I’m a new gNewSense user, but I am not new to GNU/Linux. In 1995, working in the Operations Center at Georgia State University, I read about the Linux kernel on a usenet newsgroup. At the time I was an operator on MVS and Unisys mainframes, and was interested in moving on to Unix, which seemed like a much more interesting environment. Excited that a free Unix-like OS existed, I spent a few days of lunch breaks downloading fifty HD disks of one of the early distributions. I remember it as SLS, but one of my coworkers, who borrowed the disks to install GNU/Linux on one of his own PCs, insists that it was Slackware. I’m inclined to take his word for it.
I’ve been using GNU/Linux ever since. I’ve tried Debian and its various derivatives, several Red Hat based distributions, and even dabbled in Suse. In general I prefer Debian-like systems, but my goal has always been to use the most consistently free distribution I could manage.
I had an Acer Aspire One netbook loaded with Windows 7 that had been essentially abandoned by my wife, and decided to shop for an appropriate GNU/Linux distribution to put it back in service. I’ve recently changed careers from IT to journalism, and made a committment to myself to systematically build my tool set based on free software. In the spirit of mobile journalism, this laptop is going to be my primary computer.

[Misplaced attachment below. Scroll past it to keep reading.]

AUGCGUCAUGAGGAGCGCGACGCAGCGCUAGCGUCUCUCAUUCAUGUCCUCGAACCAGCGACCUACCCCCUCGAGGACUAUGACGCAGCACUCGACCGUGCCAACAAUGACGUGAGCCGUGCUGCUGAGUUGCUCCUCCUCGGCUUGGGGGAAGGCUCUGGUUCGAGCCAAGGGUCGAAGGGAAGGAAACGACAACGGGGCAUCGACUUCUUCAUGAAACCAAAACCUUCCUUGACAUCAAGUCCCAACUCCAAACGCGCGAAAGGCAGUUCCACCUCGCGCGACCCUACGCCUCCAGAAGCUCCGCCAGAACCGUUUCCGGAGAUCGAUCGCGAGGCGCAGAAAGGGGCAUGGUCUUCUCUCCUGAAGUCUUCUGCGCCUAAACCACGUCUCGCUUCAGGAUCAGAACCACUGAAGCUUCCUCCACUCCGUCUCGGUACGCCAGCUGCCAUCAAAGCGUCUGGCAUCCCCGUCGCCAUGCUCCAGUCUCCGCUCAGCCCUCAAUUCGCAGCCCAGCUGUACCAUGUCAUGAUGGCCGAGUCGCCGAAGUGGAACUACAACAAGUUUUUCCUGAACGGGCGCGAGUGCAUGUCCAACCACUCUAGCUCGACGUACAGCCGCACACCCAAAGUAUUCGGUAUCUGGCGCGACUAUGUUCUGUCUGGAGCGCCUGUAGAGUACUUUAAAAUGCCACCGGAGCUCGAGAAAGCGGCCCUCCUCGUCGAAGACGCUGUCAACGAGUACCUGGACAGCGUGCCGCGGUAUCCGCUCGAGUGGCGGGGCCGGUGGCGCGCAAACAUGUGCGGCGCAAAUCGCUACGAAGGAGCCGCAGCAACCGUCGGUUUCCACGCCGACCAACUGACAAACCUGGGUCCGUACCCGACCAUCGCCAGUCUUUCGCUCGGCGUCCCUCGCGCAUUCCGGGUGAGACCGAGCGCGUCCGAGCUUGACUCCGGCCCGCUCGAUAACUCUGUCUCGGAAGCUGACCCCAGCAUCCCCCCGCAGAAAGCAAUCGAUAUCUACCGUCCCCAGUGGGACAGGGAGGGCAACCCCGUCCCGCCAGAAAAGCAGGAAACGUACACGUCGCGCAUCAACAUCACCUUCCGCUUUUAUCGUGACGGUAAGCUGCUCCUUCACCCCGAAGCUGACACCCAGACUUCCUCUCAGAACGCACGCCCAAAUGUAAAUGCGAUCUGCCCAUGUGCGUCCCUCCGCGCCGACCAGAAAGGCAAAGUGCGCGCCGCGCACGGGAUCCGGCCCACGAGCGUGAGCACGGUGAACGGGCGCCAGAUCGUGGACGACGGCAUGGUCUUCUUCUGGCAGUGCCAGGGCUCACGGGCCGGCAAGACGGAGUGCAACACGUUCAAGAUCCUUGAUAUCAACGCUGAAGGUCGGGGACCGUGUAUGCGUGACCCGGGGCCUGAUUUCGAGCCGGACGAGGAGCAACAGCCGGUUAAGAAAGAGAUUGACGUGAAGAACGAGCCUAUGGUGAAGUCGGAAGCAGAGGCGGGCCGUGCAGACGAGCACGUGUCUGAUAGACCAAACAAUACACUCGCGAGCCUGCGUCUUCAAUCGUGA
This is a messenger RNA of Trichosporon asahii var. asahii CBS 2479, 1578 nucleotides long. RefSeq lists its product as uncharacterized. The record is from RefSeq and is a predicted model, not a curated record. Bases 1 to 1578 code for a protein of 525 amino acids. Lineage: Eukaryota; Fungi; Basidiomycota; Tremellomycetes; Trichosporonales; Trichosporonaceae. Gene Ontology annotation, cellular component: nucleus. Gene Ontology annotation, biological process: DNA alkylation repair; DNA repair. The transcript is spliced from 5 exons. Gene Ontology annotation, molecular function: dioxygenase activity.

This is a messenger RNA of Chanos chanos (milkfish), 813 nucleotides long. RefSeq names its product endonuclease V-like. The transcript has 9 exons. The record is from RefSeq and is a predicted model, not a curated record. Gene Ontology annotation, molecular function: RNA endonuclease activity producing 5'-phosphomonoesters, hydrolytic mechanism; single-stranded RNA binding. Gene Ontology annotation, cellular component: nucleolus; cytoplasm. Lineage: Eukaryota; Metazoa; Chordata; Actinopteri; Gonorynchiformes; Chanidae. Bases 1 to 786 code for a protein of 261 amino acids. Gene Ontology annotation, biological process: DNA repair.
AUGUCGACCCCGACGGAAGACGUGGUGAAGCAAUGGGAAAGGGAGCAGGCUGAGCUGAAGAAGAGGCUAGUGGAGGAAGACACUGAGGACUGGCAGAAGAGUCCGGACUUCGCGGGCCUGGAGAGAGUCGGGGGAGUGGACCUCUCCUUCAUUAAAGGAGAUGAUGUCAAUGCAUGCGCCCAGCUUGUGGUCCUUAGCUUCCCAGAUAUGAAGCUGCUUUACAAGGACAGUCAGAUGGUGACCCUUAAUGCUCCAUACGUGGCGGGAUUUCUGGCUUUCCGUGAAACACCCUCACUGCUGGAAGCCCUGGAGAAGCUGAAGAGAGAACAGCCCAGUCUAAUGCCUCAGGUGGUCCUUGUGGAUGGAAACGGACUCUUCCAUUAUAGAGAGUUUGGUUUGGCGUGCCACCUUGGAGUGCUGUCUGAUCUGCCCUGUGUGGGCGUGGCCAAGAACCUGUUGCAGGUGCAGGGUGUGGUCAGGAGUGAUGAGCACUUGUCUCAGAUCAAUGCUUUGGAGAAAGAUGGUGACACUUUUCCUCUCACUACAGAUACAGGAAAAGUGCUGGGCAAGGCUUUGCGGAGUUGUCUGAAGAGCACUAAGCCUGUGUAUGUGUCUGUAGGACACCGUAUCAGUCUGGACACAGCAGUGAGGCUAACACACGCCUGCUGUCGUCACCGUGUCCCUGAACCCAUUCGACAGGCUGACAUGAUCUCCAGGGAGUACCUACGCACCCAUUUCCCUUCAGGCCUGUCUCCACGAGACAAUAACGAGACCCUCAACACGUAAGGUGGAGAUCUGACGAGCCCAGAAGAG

Two days ago I downloaded gNewSense 3.1 with GNOME desktop for i386, and followed the instructions for creating a live USB. It was a quick and easy process. I then changed the boot order on the netbook, and booted into gNewSense.
My first concern when putting a distribution on a laptop is that the wireless work. It worked like a charm. My second concern is that the out-of-the-box system not be cluttered with things I don’t use. I always customize my environment, but I don’t want to have to do a complete renovation. I’d rather be spending my time adding software I need, than removing software I don’t need.
Every kind of software I use regularly seemed to work, so I backed up the Windows personal folders, and installed gNewSense onto the hard drive of the netbook. At this point the only additional thing I’ve added is GNU Emacs. A web browser and an extensible editor covers at least 90% of what I do with a computer. The other 10% mostly consists of presentation slides and work with spreadsheets, both of which are covered by OpenOffice.
All in all my first impression of gNewSense is very positive. I’m certain that I’ll run into snags along the way, particularly when I start configuring the system to serve as a station for mobile journalism. But it meets my criteria of free and uncluttered and everything I’ve tested works. I’ll continue to post updates as I use and modify the system with additional free software.